My father was a storyteller. It was how he taught his classes. He loved history, and in order to pass that love along to his middle school students, he disguised the dust of the past in dramatic story form. I'll never forget being at a campground one night when he regaled us with a retelling of Bram Stoker's Dracula. With the dark of night around us, a fire crackling nearby, his strong baritone carried the tale and transported us to a different world. The story was one that I knew well, but my father sparked new life into his rendition and captivated me.
Around that same time in the mid-seventies, I discovered the novel Carrie and became a lifelong fan of King's works. I read It when it was first published in 1986. After seeing the movie, I browsed through the first chapters and in doing so, I recalled how King's voice always drew me his worlds. He speaks to the reader very much like my father spoke to us when he retold Dracula that long ago night.
There is a conspiratorial tone to his works, as if he is drawing us close to share a terrible secret, and it is only when the last page is turned, do we realize that he merely holds a mirror to show us the monster wears our face. He gives us so much about the people in his fictional worlds that we feel like we know them, because in a lot of instances, we know someone just like them, or we are them. When he paints the picture of a small town--be it 'Salem's Lot or Derry--he peels back the illusion of genteel small town life to accurately portray the willful blindness that walks the streets and enables the monsters in the sewers to thrive.
I recognized King's small towns, because I lived in a version of Derry, where each individual's reality is layered by one's social status and the color of one's skin. Some people are forced to live within the abyss while others are afforded the luxury of looking away. King's skill is his ability to show us our prejudices without alienating us. He also makes the losers the heroes, which in many ways gives us hope that we can persevere over incredible odds.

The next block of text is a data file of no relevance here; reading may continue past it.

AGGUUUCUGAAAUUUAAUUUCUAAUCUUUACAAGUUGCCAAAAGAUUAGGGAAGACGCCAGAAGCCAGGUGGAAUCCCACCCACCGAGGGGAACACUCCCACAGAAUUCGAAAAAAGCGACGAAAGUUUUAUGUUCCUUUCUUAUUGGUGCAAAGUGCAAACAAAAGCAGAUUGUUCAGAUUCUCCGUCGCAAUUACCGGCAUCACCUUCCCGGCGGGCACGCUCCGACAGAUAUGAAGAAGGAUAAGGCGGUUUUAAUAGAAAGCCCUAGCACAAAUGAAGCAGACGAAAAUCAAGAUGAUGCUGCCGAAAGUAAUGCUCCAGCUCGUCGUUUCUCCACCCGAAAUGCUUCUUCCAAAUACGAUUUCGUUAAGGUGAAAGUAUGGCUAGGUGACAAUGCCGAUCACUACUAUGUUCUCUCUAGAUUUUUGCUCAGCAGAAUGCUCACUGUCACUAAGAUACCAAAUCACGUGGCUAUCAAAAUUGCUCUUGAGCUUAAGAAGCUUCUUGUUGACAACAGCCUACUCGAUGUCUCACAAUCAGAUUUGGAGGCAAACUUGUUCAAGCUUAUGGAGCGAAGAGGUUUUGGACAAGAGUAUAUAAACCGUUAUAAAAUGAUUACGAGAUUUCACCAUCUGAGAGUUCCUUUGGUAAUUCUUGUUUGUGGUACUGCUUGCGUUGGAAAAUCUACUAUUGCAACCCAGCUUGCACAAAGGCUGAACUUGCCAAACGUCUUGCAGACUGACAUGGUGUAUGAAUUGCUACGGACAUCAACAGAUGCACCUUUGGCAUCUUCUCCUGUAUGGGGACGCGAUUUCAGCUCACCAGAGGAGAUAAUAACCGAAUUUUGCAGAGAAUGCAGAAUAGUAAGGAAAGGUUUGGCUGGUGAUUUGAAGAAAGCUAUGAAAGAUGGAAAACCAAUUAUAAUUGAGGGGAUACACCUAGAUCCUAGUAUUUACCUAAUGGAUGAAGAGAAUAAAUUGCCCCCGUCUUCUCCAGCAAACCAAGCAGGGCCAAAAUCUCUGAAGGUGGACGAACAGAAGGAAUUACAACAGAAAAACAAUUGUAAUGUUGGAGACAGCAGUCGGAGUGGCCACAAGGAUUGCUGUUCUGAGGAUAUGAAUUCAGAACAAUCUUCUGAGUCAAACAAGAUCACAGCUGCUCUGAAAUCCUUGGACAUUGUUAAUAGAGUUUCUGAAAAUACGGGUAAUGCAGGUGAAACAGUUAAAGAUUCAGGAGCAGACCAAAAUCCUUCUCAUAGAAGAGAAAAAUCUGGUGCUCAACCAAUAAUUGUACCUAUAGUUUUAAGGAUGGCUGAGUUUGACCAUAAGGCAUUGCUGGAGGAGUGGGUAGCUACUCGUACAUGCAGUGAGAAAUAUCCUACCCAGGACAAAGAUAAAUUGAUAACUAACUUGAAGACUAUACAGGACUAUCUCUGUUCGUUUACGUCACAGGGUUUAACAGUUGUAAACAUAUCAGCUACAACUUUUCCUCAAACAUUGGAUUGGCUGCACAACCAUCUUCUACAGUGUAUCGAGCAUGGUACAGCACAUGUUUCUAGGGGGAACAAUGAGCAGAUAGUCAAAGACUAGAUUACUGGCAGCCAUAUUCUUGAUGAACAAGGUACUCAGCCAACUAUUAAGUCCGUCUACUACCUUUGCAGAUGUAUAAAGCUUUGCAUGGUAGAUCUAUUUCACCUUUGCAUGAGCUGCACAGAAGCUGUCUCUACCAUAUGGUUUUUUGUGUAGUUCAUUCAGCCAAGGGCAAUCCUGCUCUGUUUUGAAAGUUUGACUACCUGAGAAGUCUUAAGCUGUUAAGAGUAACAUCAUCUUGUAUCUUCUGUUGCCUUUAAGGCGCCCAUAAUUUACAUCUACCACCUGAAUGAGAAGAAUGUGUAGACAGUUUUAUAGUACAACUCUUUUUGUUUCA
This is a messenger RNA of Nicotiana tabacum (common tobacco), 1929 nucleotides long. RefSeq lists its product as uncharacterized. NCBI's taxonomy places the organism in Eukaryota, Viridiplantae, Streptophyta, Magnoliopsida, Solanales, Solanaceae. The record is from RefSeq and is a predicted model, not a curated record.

Capturing the essence of King's voice and tone is one of the reasons his literary works are so hard to translate into film. Well, that and the sheer magnitude of some of his works--It being one of them.
In the novel, when Georgie is going through the house to find the paraffin that will make his paper ship float, he is thinking about how his brother Bill is a good writer, not simply because he can write well, but because he can see. Likewise, translating a novel to film isn't so much about screenplays and theatrics, although those aspects are part of the process, but the true success lies in the director's ability to see what the author intended, which, finally, brings me to the movie.
Andrés Muschietti knows how to see. He manages to condense the story of the Loser's Club in such a way as to capture the true essence of the children and their complex relationships without diminishing either the story or the characters. The actors who portray the children in the Losers' Club were all excellent and perfectly cast. In what could have been an unintentionally comic episode, the scene in the library with Ben Hanscom [Jeremy Ray Taylor] and the headless child was absolutely horrifying. This was due to Taylor's performance and Muschietti's direction along with judicious use of CGI.
At no point does Muschietti let the film devolve into corny scares. He takes the time to build the mood before launching the more horrific scenes. Like King, Muschietti manages to use Derry's facade of normalcy to contrast the darker shadows lurking beneath Derry's surface.
Which, of course, brings us to the star of the show, Pennywise.
Bill Skarsgård's performance is what turns this film from a remake into a retelling. In an absolute expert performance, Skarsgård uses his voice and eyes to fluctuate between childlike innocence and outright malevolence. During his conversation with Georgie, his voice is pitched sweet and high in the beginning and gradually deepens as his mask slips. In equal parts appealing and repulsive, he chuckles and speaks to Georgie with childish delight of circuses while drooling over the meal to come.
In a reverse transformation of Guillermo del Toro's faun in Pan's Labyrinth, where the faun becomes younger and more vibrant as the movie proceeds, Skarsgård's Pennywise becomes slightly more horrific with each subsequent scene. His forehead seems more bulbous, his makeup a little more cracked, and his voice deepens to give the audience one disquieting peek after another into the monster itself.
It is a retelling, but a damned good one and well worth your time. If you can't wait for the next installment, I highly recommend the book. Let Stephen King whisper his tale into your ear. You'll definitely find yourself somewhere within the pages; although, I can't guarantee you'll like what you see.